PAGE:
Why was Nietzsche so hated by some philosophers and then only to be cherished by later philosophers?

There are a mix of reasons and I hope to at least point a few out.

The reason why some hate Nietzschian philosophy.
  •  Quite a few Christians (although not all Christians) felt Nietzsche was a blasphemer, you can also imagine what the Jews think of Nietzsche.
  • Nietzsche was not too fond of women and said pretty horrible things about them, including how to treat women and how he felt they lacked rationality.
  • Others questioned Nietzsche ideas of morality.  Stating that the results led to the destructive world wars.
  • Some major philosophers dismiss Nietzsche because his philosophy did not seem to take the rigid structure philosophy can demand, some philosophers go so far to state Nietzsche as poetic, which is quite true in some regards.
  • Nietzsche’s work was easily twisted for Nazi propaganda purposes, especially since Nietzsche despised Jewish religion. There is a good documentary called “Nietzsche and the Nazis” on this subject here.
  • Other philosophers felt Nietzsche was too abstract and his solution to Nihilism does not make much sense.
  • Some philosophers felt Nietzsche cure for Nihilism was worse than the disease.
  • Nietzsche’s disapproval for democracy.
  • Nietzsche’s reaffirmation of values clashes against biological values or is a poor misinterpretation of Darwinism.
  • His philosophy is aimed at the few, this being the elite and perhaps the individual at the cost of the masses. The mass and perhaps downtrodden is ignored since Nietzsche despises them.
Some reasons why Nietzsche philosophies are praised.
  • Some felt that Nietzsche gave birth to Existentialism, although he did not claim to be an existentialist himself, some felt that religion was too stifling and we get a chance to examine how man could perceive himself in the world, even if the world turns out to be cruel.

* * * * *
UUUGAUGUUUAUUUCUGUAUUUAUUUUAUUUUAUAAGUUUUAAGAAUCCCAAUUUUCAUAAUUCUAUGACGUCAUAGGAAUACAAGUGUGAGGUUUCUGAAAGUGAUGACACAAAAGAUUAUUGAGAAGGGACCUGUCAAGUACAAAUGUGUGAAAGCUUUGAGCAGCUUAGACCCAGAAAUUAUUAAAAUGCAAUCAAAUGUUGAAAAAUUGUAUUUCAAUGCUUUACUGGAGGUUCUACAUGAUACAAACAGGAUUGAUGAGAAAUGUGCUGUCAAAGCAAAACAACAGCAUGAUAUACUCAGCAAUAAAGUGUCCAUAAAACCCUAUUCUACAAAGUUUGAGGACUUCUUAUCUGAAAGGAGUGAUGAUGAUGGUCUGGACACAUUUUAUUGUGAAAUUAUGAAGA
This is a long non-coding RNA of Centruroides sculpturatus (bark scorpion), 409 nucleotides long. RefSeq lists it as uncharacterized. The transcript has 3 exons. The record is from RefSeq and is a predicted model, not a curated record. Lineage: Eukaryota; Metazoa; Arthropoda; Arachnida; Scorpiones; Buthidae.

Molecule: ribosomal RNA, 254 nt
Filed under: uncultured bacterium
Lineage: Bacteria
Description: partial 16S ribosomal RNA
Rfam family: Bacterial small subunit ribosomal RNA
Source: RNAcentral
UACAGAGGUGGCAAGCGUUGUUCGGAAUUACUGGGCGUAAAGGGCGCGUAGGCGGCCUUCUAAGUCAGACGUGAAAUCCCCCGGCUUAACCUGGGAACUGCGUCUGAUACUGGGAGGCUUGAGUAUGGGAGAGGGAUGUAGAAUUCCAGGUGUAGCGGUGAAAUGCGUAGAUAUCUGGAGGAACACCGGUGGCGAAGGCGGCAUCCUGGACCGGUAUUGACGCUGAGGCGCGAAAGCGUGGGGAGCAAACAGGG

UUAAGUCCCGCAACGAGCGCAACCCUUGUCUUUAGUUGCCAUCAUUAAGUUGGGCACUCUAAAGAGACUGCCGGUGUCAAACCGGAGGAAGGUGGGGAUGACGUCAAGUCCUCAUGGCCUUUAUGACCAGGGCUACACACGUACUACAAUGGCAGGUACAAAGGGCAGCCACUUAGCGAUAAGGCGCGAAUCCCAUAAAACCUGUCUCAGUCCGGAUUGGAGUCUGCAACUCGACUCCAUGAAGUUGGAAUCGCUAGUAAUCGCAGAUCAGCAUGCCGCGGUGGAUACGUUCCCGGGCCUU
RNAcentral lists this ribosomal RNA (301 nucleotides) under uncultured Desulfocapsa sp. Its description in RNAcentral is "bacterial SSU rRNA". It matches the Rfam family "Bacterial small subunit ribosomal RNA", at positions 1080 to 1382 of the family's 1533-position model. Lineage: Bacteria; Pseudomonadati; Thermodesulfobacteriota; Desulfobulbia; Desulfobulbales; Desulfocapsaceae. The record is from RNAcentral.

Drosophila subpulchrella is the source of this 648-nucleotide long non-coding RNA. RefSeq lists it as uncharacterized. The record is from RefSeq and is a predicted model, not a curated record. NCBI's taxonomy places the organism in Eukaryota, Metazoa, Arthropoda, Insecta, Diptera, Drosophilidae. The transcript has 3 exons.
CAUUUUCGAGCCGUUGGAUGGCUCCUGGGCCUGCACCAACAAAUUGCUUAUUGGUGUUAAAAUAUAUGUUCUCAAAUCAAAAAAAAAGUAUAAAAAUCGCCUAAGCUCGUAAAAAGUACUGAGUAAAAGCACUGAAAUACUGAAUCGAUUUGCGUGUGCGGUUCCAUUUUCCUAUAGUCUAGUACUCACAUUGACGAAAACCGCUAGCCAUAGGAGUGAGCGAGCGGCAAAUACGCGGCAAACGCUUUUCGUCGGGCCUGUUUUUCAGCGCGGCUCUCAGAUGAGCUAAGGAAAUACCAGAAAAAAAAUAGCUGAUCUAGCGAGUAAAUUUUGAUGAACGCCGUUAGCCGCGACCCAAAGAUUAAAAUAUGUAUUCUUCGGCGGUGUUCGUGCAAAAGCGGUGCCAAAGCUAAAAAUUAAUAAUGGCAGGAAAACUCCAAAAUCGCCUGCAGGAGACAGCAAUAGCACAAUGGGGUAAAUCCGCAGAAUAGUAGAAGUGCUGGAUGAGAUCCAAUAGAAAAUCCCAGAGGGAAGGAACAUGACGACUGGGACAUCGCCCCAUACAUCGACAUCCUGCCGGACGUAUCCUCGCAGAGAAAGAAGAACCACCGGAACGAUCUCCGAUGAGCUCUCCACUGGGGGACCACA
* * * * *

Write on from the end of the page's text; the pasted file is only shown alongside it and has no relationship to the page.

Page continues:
• Some major philosophers felt that even if Nietzsche’s philosophy was not so well structured, it is still easily understandable and most influential.
  • We have quite a few state that Nietzsche’s work was adapted for Nazi use by Nietzsche’s sister (Elisabeth Förster) and that the later version of Nietzsche’s work were not his main world.  It is known that Nietzsche fell out with his sister because she married an anti-Semite.  He also fell out with the great composer Wagner because of his anti-Semitism.
  • Nietzsche would have laughed at the idea of the Germans being a great and noble culture or race. At times Nietzsche would criticise his culture as decadent. Nietzsche can easily be associated with anarchy.
  • If your the elite, power hungry or even an artist, you ll love Nietzsche.
  • If Nietzsche can influence literary greats like George Bernard Shaw, postmodern and existentialists philosophers (who are hard to please), feminist movements and psychologists, then something must be good. However we need to note that there is a battle to have Nietzsche as someone who recommends an idea, because he is a much sort after icon.
I am sure I have missed a large amount of points and there are plenty of points others can think of.
Even if you do not manage to get hold of this particular course. It is always possible to read many of Nietzsche’s works.

The thing is that “Knowledge products” is a very old course and its highly unlikely that the knowledge products site even sells the course, but many other audio sites might sell them.

Audio Cover
There are other courses mainly from “The Teaching Company” that cover Nietzsche in depth and I hope to revisit this famous or infamous philosophy again at some point.